Books I like.

You want to know a little bit more about me? This is what I am reading right now.

1. The BIG Necessity, The Unmentionable World of Human Waste and Why it Matters by Rose George.

Chances are, the last time you read about excrement was back in the days of Everybody Poops. Yes, this book is about poop, and where it goes once you are done with it. It is a fascinating look at the underworld of the sewer systems and how disease would quickly spread were it not for these systems. And, guess where you can read this little gem?

Fun fact: 850,000 cell phones are flushed down British toilets a year.

I believe it. I almost drop my phone in the toilet a few times per day.

2. Nourishing Traditions by Sally Fallon w/Mary G. Enig PhD

If you love chemistry or food science, you’ll love this book. This book is pretty in your face about the politicalization (is that a word?) of food and is all about da fat in your diet. I’m a high-fat diet kind of girl. 60-70% of my food comes from fat, and no, not sugary or processed fats, but nuts, avocados, cold-filtered oils. I’m mostly plant-based, but this is a great book that not only has tons of recipes, but a lot of fun info – especially for those interested in the history of food culture.

Favorite recipe: How to make your own coconut milk. This lacto-intolerant lady loves plant-based milk. How cool to make it in your kitchen!

3. The Barefoot Book, 50 Great Reasons to Kick Off Your Shoes by Daniel Howell, PhD.

Reason number one is not because Katy Says So. Can you believe it? There is lots of interesting stuff on bare feet (the author is a bare foot runner). Some stuff I agree with and some I don’t — and I know he feels the same way about my book (he read an early edition of mine and was kind enough to do a blurb for me. His basic premise is excellent – human feet were not designed to wear shoes. Right on. My bigger issue is (as with many) is what starts out as science-based material turns into opinion quickly. Pet peeve: He feels that flip flops are better alternative than fully attached shoes. I’m guessing this is because he doesn’t thoroughly understand the biomechanical changes that come with toe gripping (really bad for wanting to keep healthy nerve conduction to feet) and what *natural gait* really is. It’s ok. He’s a biochemist, not a biomechanist. I don’t hold it against him and I’m hoping when my book comes out later this year, we can talk about it via blogging for y’all to benefit from. If you are wanting to go totally barefoot, this is a great resource.

Cool stuff: As a biochemist, he has a lot of info on the *real facts* behind what diseases you can catch walking around barefoot. Hint: Nothing.

4. Guns Germs and Steel by Jared Diamond

This is my favorite book of all time. Don’t know what else to say, but go and get it. In a nutshell, this book looks at what happened to people once we stopped hunter-gathering and started farming. Hint: Guns, Germs, Steel. But you saw that coming, right?

It’s a little text-book-y, so if you don’t like to read your facts straight from the professor’s mouth, then read this book instead:

5. ISHMAEL by Daniel Quinn.

This book is essentially Guns, Germs, and Steel in a nice bed-time story. In fact, start with Ishmael and get to G,G, & S next year.

Best quote: “Any species that exempts itself from the rules of competition ends up destroying the community in order to support its own expansion.” Heavy. But, the story features a talking Gorilla, which softens the info a bit ๐Ÿ™‚

6. Euclid’s Elements (all 13 books in one volume!)

In case you didn’t know, the Geometry class you took in HS that seemed boring, was really the life’s work of Greek mathematician Euclid. If you like math and love philosophy, you’ll love reading how Euclid wrote out his books more like poetry and less like “if A, then B”.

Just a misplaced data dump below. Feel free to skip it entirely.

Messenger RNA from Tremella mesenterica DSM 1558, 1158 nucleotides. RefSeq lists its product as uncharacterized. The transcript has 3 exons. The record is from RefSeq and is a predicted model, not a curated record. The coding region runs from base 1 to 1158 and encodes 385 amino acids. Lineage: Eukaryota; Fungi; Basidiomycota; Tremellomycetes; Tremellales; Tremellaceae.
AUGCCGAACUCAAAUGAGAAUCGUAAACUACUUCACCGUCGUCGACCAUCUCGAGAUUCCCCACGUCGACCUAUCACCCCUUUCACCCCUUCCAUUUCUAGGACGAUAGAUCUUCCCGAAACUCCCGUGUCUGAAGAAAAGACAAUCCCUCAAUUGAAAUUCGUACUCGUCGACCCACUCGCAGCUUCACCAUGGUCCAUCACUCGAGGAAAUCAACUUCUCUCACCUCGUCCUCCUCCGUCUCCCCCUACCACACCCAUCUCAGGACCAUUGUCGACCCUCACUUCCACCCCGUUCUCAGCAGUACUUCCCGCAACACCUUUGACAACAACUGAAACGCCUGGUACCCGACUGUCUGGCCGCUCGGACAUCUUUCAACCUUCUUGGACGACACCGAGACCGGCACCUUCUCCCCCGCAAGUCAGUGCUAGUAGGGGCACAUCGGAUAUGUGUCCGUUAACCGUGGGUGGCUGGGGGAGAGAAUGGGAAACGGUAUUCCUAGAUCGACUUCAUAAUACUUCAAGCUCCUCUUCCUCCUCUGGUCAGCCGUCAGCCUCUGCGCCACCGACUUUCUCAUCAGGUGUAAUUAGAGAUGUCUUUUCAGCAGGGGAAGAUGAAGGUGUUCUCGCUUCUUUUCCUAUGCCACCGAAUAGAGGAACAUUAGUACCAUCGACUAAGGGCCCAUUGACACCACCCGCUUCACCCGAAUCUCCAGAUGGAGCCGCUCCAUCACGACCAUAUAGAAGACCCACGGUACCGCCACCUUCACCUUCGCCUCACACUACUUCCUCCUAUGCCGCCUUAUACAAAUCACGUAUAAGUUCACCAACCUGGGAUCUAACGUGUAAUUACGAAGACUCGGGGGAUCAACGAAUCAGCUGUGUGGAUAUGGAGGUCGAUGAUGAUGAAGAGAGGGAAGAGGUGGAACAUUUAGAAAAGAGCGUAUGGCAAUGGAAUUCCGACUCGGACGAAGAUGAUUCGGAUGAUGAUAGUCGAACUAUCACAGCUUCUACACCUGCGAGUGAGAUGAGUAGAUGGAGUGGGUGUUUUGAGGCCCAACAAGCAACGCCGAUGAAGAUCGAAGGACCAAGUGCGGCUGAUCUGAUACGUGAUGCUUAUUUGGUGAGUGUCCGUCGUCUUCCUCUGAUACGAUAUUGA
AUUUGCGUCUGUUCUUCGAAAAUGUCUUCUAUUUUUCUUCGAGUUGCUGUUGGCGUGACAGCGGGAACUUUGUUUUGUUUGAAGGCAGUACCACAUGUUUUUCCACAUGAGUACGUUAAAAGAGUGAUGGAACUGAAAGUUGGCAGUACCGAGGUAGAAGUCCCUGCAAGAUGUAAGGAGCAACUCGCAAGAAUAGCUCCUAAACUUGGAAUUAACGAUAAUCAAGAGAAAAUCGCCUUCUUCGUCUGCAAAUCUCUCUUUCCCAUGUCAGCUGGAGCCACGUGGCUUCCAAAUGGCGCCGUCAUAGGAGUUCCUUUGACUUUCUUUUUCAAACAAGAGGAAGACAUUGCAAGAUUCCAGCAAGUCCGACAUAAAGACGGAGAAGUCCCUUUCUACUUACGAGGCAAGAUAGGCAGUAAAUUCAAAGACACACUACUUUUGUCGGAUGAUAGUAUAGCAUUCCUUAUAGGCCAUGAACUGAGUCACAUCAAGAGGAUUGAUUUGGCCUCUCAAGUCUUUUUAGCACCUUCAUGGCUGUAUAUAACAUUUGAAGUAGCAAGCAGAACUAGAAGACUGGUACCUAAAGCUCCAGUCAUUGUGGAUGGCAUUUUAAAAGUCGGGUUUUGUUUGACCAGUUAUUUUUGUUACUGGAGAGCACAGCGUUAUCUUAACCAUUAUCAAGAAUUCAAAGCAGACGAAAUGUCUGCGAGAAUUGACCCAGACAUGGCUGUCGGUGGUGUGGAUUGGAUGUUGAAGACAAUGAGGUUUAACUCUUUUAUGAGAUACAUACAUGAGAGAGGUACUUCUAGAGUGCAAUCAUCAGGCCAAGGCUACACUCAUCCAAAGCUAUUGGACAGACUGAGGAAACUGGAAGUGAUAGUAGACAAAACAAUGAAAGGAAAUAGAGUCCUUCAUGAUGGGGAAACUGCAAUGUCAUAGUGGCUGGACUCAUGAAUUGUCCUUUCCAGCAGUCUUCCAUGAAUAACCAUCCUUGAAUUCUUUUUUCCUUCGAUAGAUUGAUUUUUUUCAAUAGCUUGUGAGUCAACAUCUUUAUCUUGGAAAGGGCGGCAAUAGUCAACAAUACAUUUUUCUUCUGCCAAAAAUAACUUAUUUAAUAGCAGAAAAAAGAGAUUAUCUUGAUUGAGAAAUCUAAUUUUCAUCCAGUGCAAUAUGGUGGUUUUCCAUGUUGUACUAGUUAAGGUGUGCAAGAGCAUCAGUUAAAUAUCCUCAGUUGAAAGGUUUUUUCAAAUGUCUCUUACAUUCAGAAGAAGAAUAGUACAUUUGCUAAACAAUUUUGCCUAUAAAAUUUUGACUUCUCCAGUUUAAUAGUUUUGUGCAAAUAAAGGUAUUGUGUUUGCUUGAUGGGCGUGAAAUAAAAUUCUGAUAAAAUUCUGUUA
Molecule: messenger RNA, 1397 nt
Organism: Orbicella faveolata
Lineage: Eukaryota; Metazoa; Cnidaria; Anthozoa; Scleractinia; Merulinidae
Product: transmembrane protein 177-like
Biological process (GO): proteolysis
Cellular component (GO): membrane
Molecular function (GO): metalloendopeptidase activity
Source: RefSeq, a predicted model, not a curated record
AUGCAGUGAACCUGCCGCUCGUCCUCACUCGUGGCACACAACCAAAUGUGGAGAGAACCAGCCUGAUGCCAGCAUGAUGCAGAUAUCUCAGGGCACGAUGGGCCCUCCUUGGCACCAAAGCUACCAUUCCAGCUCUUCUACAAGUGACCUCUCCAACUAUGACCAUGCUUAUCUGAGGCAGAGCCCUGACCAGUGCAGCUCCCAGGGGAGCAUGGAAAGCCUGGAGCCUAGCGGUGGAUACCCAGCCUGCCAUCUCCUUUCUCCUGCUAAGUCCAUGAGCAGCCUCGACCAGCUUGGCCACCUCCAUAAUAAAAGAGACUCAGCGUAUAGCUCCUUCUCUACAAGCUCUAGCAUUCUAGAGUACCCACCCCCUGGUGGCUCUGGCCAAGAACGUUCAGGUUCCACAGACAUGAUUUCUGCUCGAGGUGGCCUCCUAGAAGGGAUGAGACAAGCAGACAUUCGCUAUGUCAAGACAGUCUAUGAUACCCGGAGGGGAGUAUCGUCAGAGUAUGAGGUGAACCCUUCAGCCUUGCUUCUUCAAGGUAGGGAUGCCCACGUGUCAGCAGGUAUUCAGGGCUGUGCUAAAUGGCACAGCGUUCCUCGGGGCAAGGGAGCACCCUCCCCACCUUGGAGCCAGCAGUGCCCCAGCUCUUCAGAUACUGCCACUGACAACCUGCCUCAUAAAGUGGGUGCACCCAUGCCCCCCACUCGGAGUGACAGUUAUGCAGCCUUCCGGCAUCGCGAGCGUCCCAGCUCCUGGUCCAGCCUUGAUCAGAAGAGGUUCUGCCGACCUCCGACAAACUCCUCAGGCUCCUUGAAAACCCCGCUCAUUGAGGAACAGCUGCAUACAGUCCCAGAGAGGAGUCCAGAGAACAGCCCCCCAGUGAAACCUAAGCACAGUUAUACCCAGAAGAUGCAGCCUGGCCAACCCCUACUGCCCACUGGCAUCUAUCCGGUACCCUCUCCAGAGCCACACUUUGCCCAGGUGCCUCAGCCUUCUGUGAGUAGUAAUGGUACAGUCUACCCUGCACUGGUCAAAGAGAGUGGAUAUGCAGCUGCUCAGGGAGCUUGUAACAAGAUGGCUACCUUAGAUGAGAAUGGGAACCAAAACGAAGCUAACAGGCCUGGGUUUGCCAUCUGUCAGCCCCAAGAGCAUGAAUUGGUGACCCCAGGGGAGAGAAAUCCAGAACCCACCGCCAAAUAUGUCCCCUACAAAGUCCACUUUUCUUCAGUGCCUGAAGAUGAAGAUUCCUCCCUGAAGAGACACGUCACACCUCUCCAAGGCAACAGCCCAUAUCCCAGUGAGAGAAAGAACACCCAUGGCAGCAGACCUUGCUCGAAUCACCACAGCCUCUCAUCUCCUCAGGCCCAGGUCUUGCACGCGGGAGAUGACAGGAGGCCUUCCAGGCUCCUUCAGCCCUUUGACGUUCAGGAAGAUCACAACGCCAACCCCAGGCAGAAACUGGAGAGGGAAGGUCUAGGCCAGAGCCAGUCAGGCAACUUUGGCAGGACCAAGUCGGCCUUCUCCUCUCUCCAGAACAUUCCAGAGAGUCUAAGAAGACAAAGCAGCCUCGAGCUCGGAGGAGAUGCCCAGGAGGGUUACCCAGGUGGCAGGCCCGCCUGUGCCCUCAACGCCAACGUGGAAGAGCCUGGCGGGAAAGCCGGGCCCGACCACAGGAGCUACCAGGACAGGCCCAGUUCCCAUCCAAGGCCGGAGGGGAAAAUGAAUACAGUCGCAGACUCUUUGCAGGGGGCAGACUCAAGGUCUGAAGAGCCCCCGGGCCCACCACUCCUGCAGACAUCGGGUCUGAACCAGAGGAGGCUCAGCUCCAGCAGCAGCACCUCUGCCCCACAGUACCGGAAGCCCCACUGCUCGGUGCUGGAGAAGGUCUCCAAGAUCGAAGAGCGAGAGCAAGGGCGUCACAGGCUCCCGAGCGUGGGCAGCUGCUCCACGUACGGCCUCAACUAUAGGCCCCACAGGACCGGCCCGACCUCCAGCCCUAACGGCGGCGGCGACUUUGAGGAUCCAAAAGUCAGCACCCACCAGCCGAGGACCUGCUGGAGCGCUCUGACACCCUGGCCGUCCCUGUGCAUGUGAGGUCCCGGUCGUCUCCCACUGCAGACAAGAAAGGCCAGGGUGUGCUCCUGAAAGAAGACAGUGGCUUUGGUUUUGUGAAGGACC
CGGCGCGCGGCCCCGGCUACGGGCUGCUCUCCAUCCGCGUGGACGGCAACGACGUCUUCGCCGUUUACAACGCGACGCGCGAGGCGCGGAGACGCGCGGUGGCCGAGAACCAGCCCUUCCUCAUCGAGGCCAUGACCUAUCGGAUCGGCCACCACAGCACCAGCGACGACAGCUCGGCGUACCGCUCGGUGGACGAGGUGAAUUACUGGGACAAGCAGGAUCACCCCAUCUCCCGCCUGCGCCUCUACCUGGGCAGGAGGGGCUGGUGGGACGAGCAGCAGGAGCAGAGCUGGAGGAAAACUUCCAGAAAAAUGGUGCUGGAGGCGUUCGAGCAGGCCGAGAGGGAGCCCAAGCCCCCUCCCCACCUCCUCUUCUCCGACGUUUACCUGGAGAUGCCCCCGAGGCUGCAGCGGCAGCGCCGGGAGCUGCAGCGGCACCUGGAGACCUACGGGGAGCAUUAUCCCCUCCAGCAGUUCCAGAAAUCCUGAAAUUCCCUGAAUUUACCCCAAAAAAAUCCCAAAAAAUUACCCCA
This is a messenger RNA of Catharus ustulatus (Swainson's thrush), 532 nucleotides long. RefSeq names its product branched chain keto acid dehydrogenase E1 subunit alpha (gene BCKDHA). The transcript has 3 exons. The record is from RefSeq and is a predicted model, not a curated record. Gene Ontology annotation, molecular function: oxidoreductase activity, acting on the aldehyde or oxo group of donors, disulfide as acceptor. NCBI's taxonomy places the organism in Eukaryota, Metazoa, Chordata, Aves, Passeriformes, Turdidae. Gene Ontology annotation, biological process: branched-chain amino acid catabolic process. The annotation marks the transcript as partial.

If a unit measure any number, and another number measure any other number the same number of times, alternately also, the unit will measure the third number the same number of times that the second measures the fourth.

I know, right?

7.Baby in a Car by Monica Wellington

I can’t tell you how captivating this book is. See, there’s this baby in a car. What does baby see? Taxi Cabs. Garbage Trucks. Flags. Fire Trucks. This is obviously a baby in a car in Manhattan. And, there’s a plot twist too. I won’t give it away, though I will say it has something to do with an Umbrella and a Dog.

8. The Pleasure of Finding Things Out by Richard P. Feynman

KB+RF. There, I said it. I love RPF. He is smart, funny, and cool. I love science. Real science — not biased results from data collection by people who have forgotten to stay open minded.ย  My favorite Feynman story: It doesn’t matter what things are called. There is nothing important about what things are called. Science is not memorizing what things are called — that is classification. Science is understanding how nature works. Knowing the word photosynthesis doesn’t mean a thing if you don’t understand that this word means that plants are able to grow by getting their mass from the air. (Yes, they do!)

Brilliant.

So, what are YOU reading this summer? I’m noticing a trend in my books after writing this. Can anyone recommend a novel or something? (I like those too!)

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31 thoughts on “Books I like.

  1. Any chance you’re on goodreads? I’d love to follow you there. Nourishing Traditions is on my shelf waiting for me to finish Donna Eden’s Energy Medicine. I’m trying to increase my fiction reading, too, but the current one is a total snooze fest (Son of a Witch… Wicked part 2).

      1. GOODREADS IS AWESOME! I am totally starting a science-health bookclub! Thanks for the head’s up Jen!

  2. Wow. I think everytime you open your mouth -er- type on your keyboard, I <3 you more. Gotta get reading the ones on this list I haven't read, now.

    I've been reading "deep nurtition"….

  3. Oh lovely – thank you for this (we need another bookshelf n our house anyway) – I am reading Women Who Run With the Wolves – all about fiinding and celebrating your ‘wild woman’ self.

    Snail and the whale is one that bubs and me enjoy

  4. I have to tell you, the first 2 people I asked “Where do trees get their mass?” knew the answer- 1st try! One was my husband…so I guess they get to hold your baby…

    I’m gonna download as many of these on my Nook as are available on the Nook!

    1. That’s because your husband is a genius ๐Ÿ™‚ And yes, he can hold my baby. And so can you. He’s not that discriminating.

  5. some interesting reads there!

    if you want a novel, i’m [re]reading “love in the time of cholera” for the umpteenth time. it’s kind of polarizing — people seem to either love it or hate it, and i’ve done both — but, i think, enjoyable…

    1. It will be coming off the presses the first week of November! I can’t wait — I am super excited ๐Ÿ™‚